Homeowners’ Association Dues and Fees are generally paid at the beginning of the year. As a result, the buyer will reimburse the seller for that remaining portion of the year for which the buyer will own the home.

Property taxes are paid at the end of the year. As a result, the seller will owe the buyer for that portion of the year for which the seller owned the house.

Optional Owner’s Title Policy additional coverage for discrepancies and shortages is negotiable but generally paid by the buyer, if purchased.

Homeowner’s Insurance and Flood Insurance may be paid directly to the insurance company if there is a cash transaction. If a loan is set up with an escrow account (meaning the bank pays these costs on behalf of the buyer), they are paid by the bank.

If financing is involved, there will be Lender Fees and Charges:

  • Lenders typically set up an escrow account to directly pay the buyers property taxes, homeowner’s insurance and flood insurance (if applicable). To set up the initial funding for that account, the bank will generally require a payment for three months’ insurance and at least a year of the estimated annual property tax amount.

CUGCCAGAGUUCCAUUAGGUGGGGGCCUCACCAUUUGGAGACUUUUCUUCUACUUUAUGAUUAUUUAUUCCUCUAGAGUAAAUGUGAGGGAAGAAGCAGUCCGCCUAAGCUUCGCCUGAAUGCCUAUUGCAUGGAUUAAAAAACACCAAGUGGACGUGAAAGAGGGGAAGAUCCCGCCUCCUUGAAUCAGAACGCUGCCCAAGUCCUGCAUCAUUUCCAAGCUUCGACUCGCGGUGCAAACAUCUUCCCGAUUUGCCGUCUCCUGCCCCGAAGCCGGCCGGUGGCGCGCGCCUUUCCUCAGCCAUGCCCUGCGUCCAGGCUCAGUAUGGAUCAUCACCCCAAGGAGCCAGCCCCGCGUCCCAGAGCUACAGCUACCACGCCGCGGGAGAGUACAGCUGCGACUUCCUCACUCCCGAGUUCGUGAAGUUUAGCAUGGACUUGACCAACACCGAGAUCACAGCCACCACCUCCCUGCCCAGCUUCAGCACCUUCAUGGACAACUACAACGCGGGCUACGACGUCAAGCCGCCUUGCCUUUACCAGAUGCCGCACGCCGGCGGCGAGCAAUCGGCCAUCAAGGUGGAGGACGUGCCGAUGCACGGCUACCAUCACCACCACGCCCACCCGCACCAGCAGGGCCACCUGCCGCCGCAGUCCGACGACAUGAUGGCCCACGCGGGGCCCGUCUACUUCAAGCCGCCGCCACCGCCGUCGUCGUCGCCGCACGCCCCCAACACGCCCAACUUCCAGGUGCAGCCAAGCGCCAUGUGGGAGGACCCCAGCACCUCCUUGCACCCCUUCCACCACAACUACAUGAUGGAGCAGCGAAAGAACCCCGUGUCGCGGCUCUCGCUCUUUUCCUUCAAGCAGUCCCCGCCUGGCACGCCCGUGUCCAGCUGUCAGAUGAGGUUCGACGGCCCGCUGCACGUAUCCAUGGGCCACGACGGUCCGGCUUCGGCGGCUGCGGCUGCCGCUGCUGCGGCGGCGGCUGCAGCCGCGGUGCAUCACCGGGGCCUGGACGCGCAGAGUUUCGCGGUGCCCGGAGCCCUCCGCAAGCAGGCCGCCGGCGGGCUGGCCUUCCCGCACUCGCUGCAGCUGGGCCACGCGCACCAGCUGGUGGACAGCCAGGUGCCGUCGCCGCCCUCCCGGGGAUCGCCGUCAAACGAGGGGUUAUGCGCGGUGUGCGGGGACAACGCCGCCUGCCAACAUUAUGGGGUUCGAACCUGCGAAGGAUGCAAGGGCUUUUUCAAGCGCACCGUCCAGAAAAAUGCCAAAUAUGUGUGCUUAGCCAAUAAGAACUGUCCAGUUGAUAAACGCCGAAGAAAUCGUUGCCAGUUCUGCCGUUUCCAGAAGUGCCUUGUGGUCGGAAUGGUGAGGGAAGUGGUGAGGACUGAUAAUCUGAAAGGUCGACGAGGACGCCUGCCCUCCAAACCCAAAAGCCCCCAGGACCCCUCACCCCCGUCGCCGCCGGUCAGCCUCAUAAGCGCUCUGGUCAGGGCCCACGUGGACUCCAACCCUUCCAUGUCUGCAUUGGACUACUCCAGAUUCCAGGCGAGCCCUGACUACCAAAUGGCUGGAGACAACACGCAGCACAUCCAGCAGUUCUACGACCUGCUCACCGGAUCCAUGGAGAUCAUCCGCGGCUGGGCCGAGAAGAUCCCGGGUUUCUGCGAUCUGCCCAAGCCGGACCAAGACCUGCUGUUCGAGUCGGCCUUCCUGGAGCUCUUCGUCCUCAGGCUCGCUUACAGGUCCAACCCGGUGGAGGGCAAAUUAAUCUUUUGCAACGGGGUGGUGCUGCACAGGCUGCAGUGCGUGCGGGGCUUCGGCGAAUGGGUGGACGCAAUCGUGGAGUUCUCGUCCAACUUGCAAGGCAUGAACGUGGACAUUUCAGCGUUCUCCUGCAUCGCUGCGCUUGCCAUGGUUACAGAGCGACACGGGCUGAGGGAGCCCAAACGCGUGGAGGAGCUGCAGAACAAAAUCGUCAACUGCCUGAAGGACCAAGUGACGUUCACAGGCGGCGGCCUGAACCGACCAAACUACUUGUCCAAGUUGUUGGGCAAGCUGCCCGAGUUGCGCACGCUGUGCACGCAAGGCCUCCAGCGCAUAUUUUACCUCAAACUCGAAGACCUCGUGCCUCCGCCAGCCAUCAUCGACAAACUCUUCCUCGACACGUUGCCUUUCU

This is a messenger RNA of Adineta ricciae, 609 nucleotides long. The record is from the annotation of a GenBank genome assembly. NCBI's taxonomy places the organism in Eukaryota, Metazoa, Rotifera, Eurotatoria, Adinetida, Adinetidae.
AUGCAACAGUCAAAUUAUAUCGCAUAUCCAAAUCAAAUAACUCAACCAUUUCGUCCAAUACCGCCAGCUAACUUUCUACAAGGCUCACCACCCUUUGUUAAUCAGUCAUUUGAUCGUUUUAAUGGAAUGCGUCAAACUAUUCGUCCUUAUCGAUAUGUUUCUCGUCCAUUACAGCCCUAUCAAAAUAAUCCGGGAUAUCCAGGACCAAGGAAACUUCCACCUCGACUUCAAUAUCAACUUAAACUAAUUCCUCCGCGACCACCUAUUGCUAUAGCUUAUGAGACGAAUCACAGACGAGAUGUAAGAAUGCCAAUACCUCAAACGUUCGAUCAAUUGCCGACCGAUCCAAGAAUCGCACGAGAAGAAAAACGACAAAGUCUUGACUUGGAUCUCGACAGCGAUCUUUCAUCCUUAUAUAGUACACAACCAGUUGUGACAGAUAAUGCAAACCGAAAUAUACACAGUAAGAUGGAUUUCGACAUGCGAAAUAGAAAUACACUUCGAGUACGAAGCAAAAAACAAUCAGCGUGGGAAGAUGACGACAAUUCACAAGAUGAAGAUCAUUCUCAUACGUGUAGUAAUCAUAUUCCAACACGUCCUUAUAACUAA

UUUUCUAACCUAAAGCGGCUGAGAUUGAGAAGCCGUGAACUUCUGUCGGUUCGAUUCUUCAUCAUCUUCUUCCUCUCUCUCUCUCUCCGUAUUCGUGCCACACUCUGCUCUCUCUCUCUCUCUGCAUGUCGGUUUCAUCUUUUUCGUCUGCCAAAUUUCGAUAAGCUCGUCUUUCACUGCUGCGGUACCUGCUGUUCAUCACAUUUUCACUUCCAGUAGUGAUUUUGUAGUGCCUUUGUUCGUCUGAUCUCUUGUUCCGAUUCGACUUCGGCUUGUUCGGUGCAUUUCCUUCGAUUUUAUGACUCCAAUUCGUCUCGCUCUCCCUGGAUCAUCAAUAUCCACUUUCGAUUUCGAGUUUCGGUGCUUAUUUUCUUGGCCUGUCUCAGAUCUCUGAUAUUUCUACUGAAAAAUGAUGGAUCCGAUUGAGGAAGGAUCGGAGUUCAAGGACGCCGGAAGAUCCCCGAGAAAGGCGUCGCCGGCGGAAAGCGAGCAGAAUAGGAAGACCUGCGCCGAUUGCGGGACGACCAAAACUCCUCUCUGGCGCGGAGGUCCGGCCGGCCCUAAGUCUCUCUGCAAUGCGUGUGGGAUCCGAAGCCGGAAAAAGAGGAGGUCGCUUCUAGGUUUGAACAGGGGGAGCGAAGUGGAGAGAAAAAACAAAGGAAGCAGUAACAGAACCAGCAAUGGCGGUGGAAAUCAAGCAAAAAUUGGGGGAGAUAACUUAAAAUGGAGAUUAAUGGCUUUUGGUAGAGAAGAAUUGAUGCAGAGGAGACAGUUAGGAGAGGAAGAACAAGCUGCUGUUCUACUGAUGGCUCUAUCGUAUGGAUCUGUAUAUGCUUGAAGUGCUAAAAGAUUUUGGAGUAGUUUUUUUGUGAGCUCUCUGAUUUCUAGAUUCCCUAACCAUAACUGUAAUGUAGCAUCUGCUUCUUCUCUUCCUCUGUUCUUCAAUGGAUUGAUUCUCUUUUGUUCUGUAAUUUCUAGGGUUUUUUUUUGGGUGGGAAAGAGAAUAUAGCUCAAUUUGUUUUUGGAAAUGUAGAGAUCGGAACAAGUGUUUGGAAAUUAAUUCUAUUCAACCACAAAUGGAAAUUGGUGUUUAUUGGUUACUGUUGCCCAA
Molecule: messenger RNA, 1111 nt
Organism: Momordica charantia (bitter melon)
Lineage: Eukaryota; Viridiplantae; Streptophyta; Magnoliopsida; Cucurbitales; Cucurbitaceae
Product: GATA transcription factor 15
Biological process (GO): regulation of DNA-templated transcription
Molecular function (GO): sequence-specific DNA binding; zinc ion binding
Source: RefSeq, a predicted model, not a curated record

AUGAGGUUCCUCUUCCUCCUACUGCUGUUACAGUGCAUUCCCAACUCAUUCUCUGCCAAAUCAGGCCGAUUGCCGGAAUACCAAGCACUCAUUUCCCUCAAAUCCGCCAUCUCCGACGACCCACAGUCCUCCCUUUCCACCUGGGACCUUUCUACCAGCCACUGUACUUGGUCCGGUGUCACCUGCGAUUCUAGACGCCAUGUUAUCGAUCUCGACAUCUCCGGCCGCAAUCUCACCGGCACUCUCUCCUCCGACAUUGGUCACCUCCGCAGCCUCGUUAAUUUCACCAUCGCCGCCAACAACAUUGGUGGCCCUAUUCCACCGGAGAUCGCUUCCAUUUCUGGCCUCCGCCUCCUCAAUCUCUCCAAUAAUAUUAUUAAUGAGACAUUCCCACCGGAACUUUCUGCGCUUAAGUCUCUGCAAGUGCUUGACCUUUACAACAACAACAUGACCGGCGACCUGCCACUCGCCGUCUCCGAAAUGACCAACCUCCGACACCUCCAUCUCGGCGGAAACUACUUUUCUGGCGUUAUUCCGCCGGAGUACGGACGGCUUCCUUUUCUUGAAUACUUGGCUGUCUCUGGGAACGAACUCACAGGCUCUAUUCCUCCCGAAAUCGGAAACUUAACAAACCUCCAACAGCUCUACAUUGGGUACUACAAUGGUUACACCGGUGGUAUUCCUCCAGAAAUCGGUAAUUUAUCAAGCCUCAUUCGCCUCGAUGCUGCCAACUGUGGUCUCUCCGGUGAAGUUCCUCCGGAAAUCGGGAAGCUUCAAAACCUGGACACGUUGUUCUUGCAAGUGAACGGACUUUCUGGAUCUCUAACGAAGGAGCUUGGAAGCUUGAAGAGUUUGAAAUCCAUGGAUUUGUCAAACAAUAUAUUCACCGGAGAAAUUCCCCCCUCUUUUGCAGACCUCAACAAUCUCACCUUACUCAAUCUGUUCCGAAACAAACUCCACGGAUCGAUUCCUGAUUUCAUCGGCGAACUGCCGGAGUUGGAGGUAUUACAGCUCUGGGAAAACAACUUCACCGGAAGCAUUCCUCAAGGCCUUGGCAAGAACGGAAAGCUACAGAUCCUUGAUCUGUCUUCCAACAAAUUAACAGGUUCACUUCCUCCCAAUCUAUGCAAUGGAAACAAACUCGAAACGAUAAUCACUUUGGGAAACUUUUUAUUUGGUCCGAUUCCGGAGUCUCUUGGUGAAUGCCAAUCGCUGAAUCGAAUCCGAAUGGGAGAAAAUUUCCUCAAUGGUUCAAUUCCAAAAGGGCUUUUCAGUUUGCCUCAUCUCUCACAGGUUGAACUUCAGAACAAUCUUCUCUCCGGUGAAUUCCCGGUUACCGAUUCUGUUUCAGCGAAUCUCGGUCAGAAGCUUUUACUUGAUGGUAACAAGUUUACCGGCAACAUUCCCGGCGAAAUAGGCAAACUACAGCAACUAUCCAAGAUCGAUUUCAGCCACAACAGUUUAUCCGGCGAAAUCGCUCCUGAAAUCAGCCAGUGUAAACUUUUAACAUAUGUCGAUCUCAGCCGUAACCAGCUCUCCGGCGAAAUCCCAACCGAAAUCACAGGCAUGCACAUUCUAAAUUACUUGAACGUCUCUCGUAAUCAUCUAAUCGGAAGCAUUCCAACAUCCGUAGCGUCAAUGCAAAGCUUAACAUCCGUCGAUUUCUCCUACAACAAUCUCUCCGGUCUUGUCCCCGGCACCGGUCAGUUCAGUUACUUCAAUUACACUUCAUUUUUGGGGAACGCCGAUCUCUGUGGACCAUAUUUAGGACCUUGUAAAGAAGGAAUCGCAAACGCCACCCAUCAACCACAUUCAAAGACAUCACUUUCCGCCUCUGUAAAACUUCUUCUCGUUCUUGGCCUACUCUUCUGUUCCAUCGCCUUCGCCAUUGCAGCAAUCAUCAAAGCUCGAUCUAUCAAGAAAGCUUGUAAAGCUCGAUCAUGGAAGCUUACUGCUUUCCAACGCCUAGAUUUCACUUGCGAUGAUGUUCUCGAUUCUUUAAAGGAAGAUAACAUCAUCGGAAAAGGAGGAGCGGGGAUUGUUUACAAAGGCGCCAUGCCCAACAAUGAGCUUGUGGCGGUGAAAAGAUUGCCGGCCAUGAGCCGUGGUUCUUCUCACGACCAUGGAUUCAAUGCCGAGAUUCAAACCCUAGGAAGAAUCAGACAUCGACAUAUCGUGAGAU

• Other lender fees and charges are loan origination, appraisal, document preparation, credit report, and mortgage insurance premium, if applicable. Mortgage insurance is paid if the down payment does not meet specific levels or on some government supported loans.
  • Interest for the period from closing to the date of the first payment.
  • Although not paid to the bank, the buyer will pay Title Insurance covering the bank for the amount of the initial loan.

Miscellaneous fees like courier fees are also charged.

Costs and Fees Generally Paid by Seller:

While there are a number of categories of costs and payments, other than debt payoff, most sellers’ payments, fees and costs are related to transaction commission to the broker, title insurance premium paid on behalf of the buyer, and property tax credit to the buyer.